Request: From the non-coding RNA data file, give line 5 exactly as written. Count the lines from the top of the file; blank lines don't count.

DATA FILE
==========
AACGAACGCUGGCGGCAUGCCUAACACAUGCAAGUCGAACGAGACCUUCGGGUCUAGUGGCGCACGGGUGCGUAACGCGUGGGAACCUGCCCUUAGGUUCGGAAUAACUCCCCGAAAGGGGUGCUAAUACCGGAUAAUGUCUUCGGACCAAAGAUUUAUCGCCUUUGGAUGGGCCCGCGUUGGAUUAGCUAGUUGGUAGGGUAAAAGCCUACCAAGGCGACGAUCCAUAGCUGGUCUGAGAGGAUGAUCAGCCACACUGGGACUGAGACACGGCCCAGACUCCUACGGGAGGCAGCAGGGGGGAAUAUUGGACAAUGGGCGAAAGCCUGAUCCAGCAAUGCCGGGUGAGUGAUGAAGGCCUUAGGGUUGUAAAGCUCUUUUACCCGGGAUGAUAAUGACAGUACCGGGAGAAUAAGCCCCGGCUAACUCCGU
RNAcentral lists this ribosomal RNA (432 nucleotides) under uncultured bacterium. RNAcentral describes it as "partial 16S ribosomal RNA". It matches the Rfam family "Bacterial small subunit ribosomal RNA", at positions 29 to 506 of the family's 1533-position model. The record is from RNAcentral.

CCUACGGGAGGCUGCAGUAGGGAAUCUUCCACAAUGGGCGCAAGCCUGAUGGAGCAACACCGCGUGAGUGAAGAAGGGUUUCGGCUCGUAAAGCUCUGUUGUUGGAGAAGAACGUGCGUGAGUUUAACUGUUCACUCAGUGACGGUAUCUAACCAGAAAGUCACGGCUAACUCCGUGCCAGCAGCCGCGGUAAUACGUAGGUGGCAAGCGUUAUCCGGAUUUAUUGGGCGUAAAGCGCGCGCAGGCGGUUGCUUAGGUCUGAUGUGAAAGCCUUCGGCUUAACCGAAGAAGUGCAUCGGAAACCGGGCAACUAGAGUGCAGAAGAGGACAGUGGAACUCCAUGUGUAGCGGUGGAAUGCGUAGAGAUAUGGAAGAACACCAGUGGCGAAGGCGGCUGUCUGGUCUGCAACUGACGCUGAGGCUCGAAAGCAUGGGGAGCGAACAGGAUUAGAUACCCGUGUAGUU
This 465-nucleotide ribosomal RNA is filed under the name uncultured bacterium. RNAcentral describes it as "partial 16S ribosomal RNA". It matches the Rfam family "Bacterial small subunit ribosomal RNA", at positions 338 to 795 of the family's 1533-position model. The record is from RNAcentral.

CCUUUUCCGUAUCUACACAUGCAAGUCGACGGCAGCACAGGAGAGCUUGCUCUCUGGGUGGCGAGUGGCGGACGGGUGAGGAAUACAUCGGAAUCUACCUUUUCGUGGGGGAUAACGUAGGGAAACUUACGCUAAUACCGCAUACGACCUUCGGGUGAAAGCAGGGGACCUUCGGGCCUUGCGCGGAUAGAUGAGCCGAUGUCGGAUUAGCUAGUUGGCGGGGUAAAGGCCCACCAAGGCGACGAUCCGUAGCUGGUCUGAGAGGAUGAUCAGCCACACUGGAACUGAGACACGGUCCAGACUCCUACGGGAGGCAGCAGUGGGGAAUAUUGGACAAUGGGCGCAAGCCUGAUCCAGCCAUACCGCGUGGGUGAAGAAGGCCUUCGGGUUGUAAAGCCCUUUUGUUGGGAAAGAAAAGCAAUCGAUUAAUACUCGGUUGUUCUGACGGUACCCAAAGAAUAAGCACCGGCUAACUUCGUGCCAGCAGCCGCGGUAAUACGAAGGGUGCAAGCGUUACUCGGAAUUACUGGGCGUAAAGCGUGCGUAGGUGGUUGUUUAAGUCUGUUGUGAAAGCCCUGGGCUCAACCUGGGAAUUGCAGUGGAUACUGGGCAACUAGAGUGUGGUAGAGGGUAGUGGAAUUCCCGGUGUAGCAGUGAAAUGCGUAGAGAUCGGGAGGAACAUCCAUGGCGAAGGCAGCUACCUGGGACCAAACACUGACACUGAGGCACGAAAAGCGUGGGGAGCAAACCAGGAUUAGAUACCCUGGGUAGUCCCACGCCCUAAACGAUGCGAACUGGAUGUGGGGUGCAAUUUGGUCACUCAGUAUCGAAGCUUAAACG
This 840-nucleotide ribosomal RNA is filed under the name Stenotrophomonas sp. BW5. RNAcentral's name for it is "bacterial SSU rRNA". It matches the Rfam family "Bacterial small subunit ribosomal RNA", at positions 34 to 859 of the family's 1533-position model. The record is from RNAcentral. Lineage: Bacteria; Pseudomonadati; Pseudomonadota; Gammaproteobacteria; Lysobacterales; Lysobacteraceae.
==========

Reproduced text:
CCUUUUCCGUAUCUACACAUGCAAGUCGACGGCAGCACAGGAGAGCUUGCUCUCUGGGUGGCGAGUGGCGGACGGGUGAGGAAUACAUCGGAAUCUACCUUUUCGUGGGGGAUAACGUAGGGAAACUUACGCUAAUACCGCAUACGACCUUCGGGUGAAAGCAGGGGACCUUCGGGCCUUGCGCGGAUAGAUGAGCCGAUGUCGGAUUAGCUAGUUGGCGGGGUAAAGGCCCACCAAGGCGACGAUCCGUAGCUGGUCUGAGAGGAUGAUCAGCCACACUGGAACUGAGACACGGUCCAGACUCCUACGGGAGGCAGCAGUGGGGAAUAUUGGACAAUGGGCGCAAGCCUGAUCCAGCCAUACCGCGUGGGUGAAGAAGGCCUUCGGGUUGUAAAGCCCUUUUGUUGGGAAAGAAAAGCAAUCGAUUAAUACUCGGUUGUUCUGACGGUACCCAAAGAAUAAGCACCGGCUAACUUCGUGCCAGCAGCCGCGGUAAUACGAAGGGUGCAAGCGUUACUCGGAAUUACUGGGCGUAAAGCGUGCGUAGGUGGUUGUUUAAGUCUGUUGUGAAAGCCCUGGGCUCAACCUGGGAAUUGCAGUGGAUACUGGGCAACUAGAGUGUGGUAGAGGGUAGUGGAAUUCCCGGUGUAGCAGUGAAAUGCGUAGAGAUCGGGAGGAACAUCCAUGGCGAAGGCAGCUACCUGGGACCAAACACUGACACUGAGGCACGAAAAGCGUGGGGAGCAAACCAGGAUUAGAUACCCUGGGUAGUCCCACGCCCUAAACGAUGCGAACUGGAUGUGGGGUGCAAUUUGGUCACUCAGUAUCGAAGCUUAAACG